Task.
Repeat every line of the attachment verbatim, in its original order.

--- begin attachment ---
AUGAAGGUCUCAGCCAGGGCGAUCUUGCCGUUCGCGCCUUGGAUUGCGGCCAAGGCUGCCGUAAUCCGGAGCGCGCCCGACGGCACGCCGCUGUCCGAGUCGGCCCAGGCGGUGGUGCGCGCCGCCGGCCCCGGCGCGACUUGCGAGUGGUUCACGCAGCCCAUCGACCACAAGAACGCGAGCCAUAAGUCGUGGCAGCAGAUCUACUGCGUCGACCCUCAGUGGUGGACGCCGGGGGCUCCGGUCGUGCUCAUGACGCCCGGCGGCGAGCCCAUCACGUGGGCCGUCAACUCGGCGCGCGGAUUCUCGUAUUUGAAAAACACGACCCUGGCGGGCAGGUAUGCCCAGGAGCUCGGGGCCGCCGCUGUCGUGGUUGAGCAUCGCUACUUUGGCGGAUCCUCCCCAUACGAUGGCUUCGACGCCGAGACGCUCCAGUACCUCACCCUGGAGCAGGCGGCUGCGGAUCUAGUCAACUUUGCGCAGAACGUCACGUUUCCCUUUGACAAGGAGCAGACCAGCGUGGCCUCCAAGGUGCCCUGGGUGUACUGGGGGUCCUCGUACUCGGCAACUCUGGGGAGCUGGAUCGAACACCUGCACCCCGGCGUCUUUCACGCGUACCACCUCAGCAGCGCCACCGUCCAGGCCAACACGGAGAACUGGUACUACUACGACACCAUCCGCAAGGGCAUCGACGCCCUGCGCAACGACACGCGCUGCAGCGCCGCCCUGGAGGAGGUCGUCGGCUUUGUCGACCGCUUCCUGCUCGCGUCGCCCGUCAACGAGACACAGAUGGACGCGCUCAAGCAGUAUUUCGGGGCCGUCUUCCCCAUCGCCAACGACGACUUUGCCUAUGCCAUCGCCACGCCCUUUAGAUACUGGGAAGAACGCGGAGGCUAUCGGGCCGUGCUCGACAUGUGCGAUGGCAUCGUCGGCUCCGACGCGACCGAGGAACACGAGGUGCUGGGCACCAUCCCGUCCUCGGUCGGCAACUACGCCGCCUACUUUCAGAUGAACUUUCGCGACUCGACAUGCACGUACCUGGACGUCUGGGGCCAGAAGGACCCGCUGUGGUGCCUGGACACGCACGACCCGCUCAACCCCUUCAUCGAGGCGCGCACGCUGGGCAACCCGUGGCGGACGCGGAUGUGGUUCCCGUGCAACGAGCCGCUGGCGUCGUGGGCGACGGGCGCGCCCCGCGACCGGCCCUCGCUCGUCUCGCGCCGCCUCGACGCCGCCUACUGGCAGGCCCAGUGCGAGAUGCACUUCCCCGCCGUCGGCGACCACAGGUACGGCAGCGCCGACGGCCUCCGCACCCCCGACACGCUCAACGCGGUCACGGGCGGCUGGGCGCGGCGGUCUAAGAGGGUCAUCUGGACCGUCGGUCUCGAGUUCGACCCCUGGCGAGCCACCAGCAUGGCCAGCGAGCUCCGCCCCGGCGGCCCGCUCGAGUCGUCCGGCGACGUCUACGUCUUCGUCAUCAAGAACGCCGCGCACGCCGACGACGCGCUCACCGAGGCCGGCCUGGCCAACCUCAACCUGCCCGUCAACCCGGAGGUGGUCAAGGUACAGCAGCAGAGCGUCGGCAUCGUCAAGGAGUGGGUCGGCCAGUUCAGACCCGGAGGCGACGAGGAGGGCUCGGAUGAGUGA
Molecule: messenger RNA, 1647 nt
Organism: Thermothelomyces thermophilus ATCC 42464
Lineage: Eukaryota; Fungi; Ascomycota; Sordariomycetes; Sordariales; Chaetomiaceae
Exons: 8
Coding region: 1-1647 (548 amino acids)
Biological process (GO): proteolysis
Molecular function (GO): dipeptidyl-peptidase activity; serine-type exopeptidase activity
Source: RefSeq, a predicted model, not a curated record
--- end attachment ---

AUGAAGGUCUCAGCCAGGGCGAUCUUGCCGUUCGCGCCUUGGAUUGCGGCCAAGGCUGCCGUAAUCCGGAGCGCGCCCGACGGCACGCCGCUGUCCGAGUCGGCCCAGGCGGUGGUGCGCGCCGCCGGCCCCGGCGCGACUUGCGAGUGGUUCACGCAGCCCAUCGACCACAAGAACGCGAGCCAUAAGUCGUGGCAGCAGAUCUACUGCGUCGACCCUCAGUGGUGGACGCCGGGGGCUCCGGUCGUGCUCAUGACGCCCGGCGGCGAGCCCAUCACGUGGGCCGUCAACUCGGCGCGCGGAUUCUCGUAUUUGAAAAACACGACCCUGGCGGGCAGGUAUGCCCAGGAGCUCGGGGCCGCCGCUGUCGUGGUUGAGCAUCGCUACUUUGGCGGAUCCUCCCCAUACGAUGGCUUCGACGCCGAGACGCUCCAGUACCUCACCCUGGAGCAGGCGGCUGCGGAUCUAGUCAACUUUGCGCAGAACGUCACGUUUCCCUUUGACAAGGAGCAGACCAGCGUGGCCUCCAAGGUGCCCUGGGUGUACUGGGGGUCCUCGUACUCGGCAACUCUGGGGAGCUGGAUCGAACACCUGCACCCCGGCGUCUUUCACGCGUACCACCUCAGCAGCGCCACCGUCCAGGCCAACACGGAGAACUGGUACUACUACGACACCAUCCGCAAGGGCAUCGACGCCCUGCGCAACGACACGCGCUGCAGCGCCGCCCUGGAGGAGGUCGUCGGCUUUGUCGACCGCUUCCUGCUCGCGUCGCCCGUCAACGAGACACAGAUGGACGCGCUCAAGCAGUAUUUCGGGGCCGUCUUCCCCAUCGCCAACGACGACUUUGCCUAUGCCAUCGCCACGCCCUUUAGAUACUGGGAAGAACGCGGAGGCUAUCGGGCCGUGCUCGACAUGUGCGAUGGCAUCGUCGGCUCCGACGCGACCGAGGAACACGAGGUGCUGGGCACCAUCCCGUCCUCGGUCGGCAACUACGCCGCCUACUUUCAGAUGAACUUUCGCGACUCGACAUGCACGUACCUGGACGUCUGGGGCCAGAAGGACCCGCUGUGGUGCCUGGACACGCACGACCCGCUCAACCCCUUCAUCGAGGCGCGCACGCUGGGCAACCCGUGGCGGACGCGGAUGUGGUUCCCGUGCAACGAGCCGCUGGCGUCGUGGGCGACGGGCGCGCCCCGCGACCGGCCCUCGCUCGUCUCGCGCCGCCUCGACGCCGCCUACUGGCAGGCCCAGUGCGAGAUGCACUUCCCCGCCGUCGGCGACCACAGGUACGGCAGCGCCGACGGCCUCCGCACCCCCGACACGCUCAACGCGGUCACGGGCGGCUGGGCGCGGCGGUCUAAGAGGGUCAUCUGGACCGUCGGUCUCGAGUUCGACCCCUGGCGAGCCACCAGCAUGGCCAGCGAGCUCCGCCCCGGCGGCCCGCUCGAGUCGUCCGGCGACGUCUACGUCUUCGUCAUCAAGAACGCCGCGCACGCCGACGACGCGCUCACCGAGGCCGGCCUGGCCAACCUCAACCUGCCCGUCAACCCGGAGGUGGUCAAGGUACAGCAGCAGAGCGUCGGCAUCGUCAAGGAGUGGGUCGGCCAGUUCAGACCCGGAGGCGACGAGGAGGGCUCGGAUGAGUGA
Molecule: messenger RNA, 1647 nt
Organism: Thermothelomyces thermophilus ATCC 42464
Lineage: Eukaryota; Fungi; Ascomycota; Sordariomycetes; Sordariales; Chaetomiaceae
Exons: 8
Coding region: 1-1647 (548 amino acids)
Biological process (GO): proteolysis
Molecular function (GO): dipeptidyl-peptidase activity; serine-type exopeptidase activity
Source: RefSeq, a predicted model, not a curated record